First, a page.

I am dense. In more ways than one, but the way I am talking about is good. I have a fair amount of lean tissue (read muscle) that weighs more than fat. That means that I don’t flip out when a body mass index calculator says I am overweight.

Truthfully, I am just over the line at a BMI of 25.1. A healthy weight is reflected in a BMI below 25.

But who cares? The fact of the matter is, if you are reading these pages you or someone you care about has age-related macular degeneration. And another fact of the matter is higher BMIs are associated with progression of AMD.

Obesity is associated with a higher risk than ‘just’ being overweight. However, being overweight increases your risk pretty significantly. Reading the data from 2003 and generated by research by Seddon, Cote, Davis and Rosner, I discovered the risk ratios for both group as compared to skinny people are over 2 to 1. That means chubby people progress to advanced AMD twice as often as their skinny cousins.

And, of course, there is more. ‘Apples’ not only have more problems with diabetes and heart disease, they also have twice as great a chance of developing advanced AMD. Belly fat appears to be nasty business in all sorts of ways.

Gives me a new perspective on Santa Claus. With that “bowl full of jelly” around his middle, do you think he has heart problems, type 2 diabetes and AMD? Somebody should talk to him (and Mrs. Claus!) before Rudolph has to become a seeing-eye reindeer!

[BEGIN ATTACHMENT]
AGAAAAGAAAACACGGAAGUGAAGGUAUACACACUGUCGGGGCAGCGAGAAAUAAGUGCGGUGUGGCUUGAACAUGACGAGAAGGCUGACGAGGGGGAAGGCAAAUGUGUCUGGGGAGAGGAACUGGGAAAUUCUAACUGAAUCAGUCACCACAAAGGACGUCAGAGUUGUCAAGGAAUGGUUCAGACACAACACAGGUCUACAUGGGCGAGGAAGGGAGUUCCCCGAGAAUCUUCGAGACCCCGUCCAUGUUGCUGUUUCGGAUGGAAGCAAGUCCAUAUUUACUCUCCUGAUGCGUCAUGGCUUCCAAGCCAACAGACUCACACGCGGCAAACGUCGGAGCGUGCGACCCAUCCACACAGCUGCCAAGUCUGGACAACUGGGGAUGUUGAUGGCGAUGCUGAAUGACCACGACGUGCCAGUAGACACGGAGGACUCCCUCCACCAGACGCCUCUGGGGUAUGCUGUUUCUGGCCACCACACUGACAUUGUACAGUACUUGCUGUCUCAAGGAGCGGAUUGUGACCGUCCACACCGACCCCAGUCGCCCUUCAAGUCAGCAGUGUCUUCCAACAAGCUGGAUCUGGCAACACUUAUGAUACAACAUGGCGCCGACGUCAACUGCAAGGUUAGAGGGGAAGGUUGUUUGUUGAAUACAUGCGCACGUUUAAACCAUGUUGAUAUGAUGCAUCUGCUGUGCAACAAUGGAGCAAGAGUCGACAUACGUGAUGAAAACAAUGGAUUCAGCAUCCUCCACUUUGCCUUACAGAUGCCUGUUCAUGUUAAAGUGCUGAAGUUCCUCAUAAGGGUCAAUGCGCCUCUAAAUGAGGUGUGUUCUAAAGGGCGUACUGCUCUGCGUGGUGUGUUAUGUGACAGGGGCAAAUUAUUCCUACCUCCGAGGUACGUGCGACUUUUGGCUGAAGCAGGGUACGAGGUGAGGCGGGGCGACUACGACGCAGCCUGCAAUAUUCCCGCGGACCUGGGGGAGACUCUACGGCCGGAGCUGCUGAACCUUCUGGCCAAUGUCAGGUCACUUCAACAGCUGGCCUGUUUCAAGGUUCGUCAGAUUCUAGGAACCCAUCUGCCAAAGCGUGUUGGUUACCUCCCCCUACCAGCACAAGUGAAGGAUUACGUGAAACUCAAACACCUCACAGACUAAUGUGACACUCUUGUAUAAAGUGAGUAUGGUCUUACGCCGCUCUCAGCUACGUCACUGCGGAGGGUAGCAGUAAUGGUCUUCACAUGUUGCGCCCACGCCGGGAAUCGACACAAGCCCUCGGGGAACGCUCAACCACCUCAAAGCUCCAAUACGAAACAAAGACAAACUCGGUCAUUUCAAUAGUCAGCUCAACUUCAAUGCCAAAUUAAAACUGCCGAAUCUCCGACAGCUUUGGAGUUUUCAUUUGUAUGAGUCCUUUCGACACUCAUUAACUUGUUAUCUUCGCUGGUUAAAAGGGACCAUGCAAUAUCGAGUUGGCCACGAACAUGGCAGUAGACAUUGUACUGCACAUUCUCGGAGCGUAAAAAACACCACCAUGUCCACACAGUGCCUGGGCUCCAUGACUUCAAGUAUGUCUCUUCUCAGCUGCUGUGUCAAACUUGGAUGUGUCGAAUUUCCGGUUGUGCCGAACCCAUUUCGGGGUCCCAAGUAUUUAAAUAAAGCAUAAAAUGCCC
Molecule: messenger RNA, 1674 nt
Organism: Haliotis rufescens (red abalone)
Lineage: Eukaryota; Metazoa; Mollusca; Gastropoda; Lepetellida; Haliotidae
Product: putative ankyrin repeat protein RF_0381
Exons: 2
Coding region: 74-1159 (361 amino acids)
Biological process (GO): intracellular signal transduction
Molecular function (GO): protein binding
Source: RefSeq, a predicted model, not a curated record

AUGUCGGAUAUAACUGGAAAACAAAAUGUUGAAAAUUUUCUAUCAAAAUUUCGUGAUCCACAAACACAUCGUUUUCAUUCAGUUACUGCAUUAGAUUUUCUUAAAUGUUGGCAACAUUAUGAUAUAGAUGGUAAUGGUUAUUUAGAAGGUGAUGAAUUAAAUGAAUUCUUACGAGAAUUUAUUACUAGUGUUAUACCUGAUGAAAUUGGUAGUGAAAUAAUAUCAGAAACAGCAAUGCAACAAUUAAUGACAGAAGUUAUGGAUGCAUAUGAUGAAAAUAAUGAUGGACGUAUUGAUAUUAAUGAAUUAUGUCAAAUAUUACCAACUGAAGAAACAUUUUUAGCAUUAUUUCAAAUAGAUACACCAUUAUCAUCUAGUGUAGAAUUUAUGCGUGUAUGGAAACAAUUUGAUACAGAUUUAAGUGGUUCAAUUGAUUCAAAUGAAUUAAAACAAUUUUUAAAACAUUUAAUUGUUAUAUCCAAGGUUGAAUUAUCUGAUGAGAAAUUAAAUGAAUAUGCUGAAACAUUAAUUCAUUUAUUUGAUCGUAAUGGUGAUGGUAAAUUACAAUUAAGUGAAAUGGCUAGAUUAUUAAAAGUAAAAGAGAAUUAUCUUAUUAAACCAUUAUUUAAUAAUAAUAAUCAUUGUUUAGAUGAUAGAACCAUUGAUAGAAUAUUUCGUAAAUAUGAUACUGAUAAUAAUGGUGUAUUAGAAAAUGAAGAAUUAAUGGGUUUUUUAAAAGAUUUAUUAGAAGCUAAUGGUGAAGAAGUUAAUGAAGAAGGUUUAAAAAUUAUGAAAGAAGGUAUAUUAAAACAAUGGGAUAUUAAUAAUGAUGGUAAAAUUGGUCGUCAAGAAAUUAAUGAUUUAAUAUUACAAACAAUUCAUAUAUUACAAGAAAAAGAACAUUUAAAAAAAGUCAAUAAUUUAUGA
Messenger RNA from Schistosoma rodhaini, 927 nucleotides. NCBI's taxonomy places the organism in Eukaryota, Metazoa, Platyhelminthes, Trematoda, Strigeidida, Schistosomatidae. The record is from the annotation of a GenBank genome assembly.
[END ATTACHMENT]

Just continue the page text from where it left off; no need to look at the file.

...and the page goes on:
So, you know the drill. If you are carrying a little extra weight, you have heard it all before. Now there is one more reason to shed those pounds. You may not care about those potential bogeymen they threaten you with (those would be heart attacks or diabetes for example) but what about your sight? I suspect you are losing that NOW as in, as we speak now. What would you do to slow that process down?

Seddon et al (same article as above) found a 25% reduction in rate of disease progression when patients engaged in vigorous activity three times per week. Sort of sounds like exercise might help.

Those of you who are paying attention may be trying to add up some facts about me here. I have been an exercise nut since I was 25. However, I have a rapidly progressing case of AMD at 63. Obviously working out did not help me….or did it?

I have no clue. Maybe it was my crappy genes were totally resistant to any positive intervention. Maybe I would have developed this stuff at 58 or 59 if I had not exercised. No way of knowing.

What I do know is I am zealous about the benefits of exercise. Want to improve your physical and mental health? Want to meet great people and have fun? Exercise. Oh, and it just might help to postpone your advanced AMD. Never know. Continue reading “Weighty Matters”